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Supermajority Requirement Stymied Sensible Tax Reforms in Oklahoma

March 26, 2018 at 4:15 PM

A requirement in some states that tax-raising legislation pass only with supermajorities in each house can limit the ability of state lawmakers to promote broad-based prosperity. Oklahoma’s supermajority requirement, among the nation’s strictest, caused the defeat earlier this year of much-needed tax reforms that would have begun to address deep cuts to education, health, and infrastructure.

Oklahoma requires three-fourths in both houses, plus the governor, to approve any bill that raises revenues. That’s the highest percentage requirement of any state, tied with Arkansas and Michigan (though, in those two states, fewer types of taxes trigger the requirement).

Oklahoma cut taxes in good economic times but, due to its supermajority requirement, it has struggled to raise taxes when it has needed to. Oklahoma’s state and local taxes as a percentage of the economy have fallen significantly since 1990 (see chart), leaving it with the fifth-lowest percentage of all states as of 2015.

 

That’s made it harder for the state to maintain schools, roads, and other key investments. Oklahoma has cut support deeply for K-12 education, higher education, Medicaid, and other services over the past ten years. State spending has fallen by 18 percent since 2009, after adjusting for inflation. (This excludes federal stimulus money and spending that’s come out of Oklahoma’s “rainy day” fund). Many school districts can only afford to operate on a four-day week.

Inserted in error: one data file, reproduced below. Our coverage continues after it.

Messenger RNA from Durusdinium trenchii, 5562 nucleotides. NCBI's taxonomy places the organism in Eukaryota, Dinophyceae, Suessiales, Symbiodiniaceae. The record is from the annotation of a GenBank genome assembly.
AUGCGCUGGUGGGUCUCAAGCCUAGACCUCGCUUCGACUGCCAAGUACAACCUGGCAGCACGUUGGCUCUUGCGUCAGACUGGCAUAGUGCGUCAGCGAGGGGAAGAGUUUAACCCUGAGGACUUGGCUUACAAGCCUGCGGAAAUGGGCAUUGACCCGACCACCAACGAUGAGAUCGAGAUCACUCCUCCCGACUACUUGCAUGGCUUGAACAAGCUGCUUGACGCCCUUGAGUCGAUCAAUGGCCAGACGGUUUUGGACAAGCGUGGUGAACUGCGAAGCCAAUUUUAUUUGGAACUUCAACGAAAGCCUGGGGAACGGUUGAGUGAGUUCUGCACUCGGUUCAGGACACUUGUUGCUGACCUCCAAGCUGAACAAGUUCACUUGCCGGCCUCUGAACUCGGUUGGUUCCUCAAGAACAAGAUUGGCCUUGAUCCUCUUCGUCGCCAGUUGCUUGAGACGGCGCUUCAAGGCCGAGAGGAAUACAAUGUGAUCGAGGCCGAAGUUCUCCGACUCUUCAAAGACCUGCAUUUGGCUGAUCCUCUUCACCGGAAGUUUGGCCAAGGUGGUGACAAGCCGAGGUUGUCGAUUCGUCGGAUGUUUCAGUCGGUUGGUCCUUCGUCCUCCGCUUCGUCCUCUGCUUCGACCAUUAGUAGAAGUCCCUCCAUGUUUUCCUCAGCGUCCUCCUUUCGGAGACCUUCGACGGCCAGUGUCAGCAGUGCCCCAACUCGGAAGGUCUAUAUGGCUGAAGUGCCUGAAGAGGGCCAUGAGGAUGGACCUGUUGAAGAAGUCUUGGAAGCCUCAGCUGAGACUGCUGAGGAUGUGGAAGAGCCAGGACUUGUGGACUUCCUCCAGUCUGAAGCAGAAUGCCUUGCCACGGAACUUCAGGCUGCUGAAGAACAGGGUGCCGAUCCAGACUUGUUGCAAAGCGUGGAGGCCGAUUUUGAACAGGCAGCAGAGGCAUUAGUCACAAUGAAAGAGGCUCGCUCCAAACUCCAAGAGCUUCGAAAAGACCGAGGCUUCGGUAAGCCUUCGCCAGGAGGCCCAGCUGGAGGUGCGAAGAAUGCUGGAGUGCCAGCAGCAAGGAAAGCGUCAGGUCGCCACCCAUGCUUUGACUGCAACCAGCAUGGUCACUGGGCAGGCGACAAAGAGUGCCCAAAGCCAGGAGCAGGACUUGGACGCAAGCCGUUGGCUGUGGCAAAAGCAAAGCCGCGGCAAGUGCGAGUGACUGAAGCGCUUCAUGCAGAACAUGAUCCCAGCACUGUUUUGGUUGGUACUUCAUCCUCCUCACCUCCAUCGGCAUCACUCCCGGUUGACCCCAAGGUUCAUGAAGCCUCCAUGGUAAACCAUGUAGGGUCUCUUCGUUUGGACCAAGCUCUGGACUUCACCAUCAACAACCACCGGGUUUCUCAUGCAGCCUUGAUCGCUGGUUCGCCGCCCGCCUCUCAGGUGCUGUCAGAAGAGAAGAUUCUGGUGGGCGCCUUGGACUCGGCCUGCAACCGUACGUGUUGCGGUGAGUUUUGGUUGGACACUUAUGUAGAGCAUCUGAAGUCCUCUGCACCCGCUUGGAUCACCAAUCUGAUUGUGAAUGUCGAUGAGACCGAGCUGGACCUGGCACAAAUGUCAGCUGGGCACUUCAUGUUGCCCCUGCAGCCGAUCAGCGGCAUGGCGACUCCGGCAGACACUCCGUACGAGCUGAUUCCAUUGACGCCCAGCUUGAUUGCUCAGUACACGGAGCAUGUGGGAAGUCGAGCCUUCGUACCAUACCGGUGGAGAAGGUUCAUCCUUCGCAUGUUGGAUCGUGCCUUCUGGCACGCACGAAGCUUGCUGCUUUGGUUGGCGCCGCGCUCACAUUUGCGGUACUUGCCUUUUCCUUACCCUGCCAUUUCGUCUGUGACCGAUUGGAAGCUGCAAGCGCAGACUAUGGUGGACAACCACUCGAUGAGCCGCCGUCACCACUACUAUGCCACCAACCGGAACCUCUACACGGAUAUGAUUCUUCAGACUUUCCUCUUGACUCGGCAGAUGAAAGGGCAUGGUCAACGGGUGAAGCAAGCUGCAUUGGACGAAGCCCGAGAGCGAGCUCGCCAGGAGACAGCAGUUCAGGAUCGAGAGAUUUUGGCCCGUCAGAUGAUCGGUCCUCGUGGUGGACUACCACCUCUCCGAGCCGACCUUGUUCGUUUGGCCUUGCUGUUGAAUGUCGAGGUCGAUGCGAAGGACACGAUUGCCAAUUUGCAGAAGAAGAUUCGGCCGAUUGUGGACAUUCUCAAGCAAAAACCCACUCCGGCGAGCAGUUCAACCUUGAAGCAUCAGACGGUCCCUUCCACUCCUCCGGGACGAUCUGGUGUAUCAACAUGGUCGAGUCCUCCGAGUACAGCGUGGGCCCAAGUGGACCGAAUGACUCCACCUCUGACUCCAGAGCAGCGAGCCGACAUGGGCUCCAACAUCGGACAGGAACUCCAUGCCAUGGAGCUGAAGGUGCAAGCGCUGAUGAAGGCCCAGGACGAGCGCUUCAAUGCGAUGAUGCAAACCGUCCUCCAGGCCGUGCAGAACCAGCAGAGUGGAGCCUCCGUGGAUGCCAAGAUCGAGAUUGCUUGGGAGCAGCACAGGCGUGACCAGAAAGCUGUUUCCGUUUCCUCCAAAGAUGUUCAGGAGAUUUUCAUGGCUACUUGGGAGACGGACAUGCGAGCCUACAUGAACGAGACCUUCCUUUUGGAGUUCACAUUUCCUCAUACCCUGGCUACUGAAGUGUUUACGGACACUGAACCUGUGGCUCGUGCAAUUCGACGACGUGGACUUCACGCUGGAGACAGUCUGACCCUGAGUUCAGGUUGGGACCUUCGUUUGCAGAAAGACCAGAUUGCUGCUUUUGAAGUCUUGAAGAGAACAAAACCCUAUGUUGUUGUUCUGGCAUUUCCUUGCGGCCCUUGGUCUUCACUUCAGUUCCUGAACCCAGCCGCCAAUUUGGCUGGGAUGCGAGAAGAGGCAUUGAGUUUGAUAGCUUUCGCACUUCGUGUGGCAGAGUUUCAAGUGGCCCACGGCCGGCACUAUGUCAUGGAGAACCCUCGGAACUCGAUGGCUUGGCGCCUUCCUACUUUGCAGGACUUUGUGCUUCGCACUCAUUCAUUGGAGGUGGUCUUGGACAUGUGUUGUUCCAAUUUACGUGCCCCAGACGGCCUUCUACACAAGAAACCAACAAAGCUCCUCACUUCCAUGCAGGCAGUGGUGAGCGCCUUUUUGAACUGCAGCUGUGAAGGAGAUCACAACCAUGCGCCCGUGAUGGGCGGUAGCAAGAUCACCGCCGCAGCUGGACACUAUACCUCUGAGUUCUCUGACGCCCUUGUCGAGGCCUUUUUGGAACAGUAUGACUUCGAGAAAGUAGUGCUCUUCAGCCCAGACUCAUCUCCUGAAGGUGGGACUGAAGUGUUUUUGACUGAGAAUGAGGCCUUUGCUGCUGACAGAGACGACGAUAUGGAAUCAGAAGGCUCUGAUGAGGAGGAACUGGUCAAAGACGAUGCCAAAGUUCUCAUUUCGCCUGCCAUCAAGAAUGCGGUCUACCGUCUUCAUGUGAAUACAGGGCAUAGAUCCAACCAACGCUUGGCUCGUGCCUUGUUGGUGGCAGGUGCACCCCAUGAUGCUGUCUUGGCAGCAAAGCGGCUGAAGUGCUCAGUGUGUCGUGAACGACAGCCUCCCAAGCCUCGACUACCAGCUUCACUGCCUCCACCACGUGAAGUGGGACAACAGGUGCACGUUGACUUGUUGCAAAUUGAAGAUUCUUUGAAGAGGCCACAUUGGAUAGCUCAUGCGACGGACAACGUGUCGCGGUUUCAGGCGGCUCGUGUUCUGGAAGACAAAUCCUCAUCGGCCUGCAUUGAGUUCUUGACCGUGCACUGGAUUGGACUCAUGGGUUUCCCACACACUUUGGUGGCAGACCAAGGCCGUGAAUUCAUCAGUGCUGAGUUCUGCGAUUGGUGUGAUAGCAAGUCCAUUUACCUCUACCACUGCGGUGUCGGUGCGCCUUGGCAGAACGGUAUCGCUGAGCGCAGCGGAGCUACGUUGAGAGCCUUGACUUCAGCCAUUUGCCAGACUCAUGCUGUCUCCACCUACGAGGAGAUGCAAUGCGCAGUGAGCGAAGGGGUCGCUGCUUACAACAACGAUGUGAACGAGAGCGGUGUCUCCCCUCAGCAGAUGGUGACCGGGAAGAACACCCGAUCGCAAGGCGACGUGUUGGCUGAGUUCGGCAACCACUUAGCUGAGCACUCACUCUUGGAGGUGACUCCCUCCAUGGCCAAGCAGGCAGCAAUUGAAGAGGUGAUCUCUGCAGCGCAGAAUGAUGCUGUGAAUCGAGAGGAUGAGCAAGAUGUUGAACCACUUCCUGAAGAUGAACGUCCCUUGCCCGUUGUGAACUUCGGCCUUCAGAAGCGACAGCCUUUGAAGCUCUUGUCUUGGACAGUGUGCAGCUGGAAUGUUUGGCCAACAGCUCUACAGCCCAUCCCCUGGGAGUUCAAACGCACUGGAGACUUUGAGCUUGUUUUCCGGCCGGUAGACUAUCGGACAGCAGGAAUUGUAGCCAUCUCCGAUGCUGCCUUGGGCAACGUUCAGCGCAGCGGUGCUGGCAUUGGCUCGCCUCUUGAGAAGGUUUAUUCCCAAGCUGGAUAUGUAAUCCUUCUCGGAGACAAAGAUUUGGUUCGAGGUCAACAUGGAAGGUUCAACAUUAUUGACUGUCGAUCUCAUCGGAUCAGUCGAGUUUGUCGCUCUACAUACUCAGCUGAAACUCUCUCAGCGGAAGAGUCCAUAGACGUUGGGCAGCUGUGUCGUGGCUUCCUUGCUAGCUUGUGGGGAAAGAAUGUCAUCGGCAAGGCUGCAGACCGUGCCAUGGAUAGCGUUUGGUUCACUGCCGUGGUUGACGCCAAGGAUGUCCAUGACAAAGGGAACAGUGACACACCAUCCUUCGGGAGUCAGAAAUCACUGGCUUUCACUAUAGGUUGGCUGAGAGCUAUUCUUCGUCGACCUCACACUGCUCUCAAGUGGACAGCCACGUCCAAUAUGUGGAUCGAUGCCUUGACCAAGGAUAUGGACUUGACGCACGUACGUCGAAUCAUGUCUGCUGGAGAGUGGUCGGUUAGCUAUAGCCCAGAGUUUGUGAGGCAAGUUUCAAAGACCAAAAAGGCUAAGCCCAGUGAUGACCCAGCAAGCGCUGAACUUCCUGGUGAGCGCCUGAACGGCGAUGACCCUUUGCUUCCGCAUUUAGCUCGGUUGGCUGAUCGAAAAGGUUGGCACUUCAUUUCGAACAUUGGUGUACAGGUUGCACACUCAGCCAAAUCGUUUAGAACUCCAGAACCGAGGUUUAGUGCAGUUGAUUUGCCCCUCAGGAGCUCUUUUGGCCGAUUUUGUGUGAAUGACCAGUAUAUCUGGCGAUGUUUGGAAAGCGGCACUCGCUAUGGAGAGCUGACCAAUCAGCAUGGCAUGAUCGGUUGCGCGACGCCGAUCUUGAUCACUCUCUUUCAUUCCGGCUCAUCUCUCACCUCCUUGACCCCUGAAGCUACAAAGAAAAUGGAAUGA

In January, a bipartisan coalition of civic and business leaders came together to propose Step Up Oklahoma, a plan to right the state’s fiscal ship by making long-overdue tax reforms and lowering the supermajority requirement from 75 percent to 60 – a step in the right direction.

Almost two-thirds of lawmakers approved the plan in February but, due to the three-fourths requirement, it fell 13 votes short. Consequently, Governor Mary Fallin was forced to enact cuts to all state agencies through June 30. House Speaker Pro Tempore Harold Wright expressed frustration that "it has been impossible to pass necessary revenue measures to provide for adequate core services in Oklahoma: roads and bridges, public safety, education, public health and corrections."

Supermajority requirements limit a state’s ability to invest in schools, higher education, and health care. Other states that are contemplating supermajority requirements, such as Florida, should instead focus more on making proven investments in economic growth, including education, health, and public infrastructure projects to create jobs; in boosting household income; and in repealing tax breaks that have outlived their usefulness.


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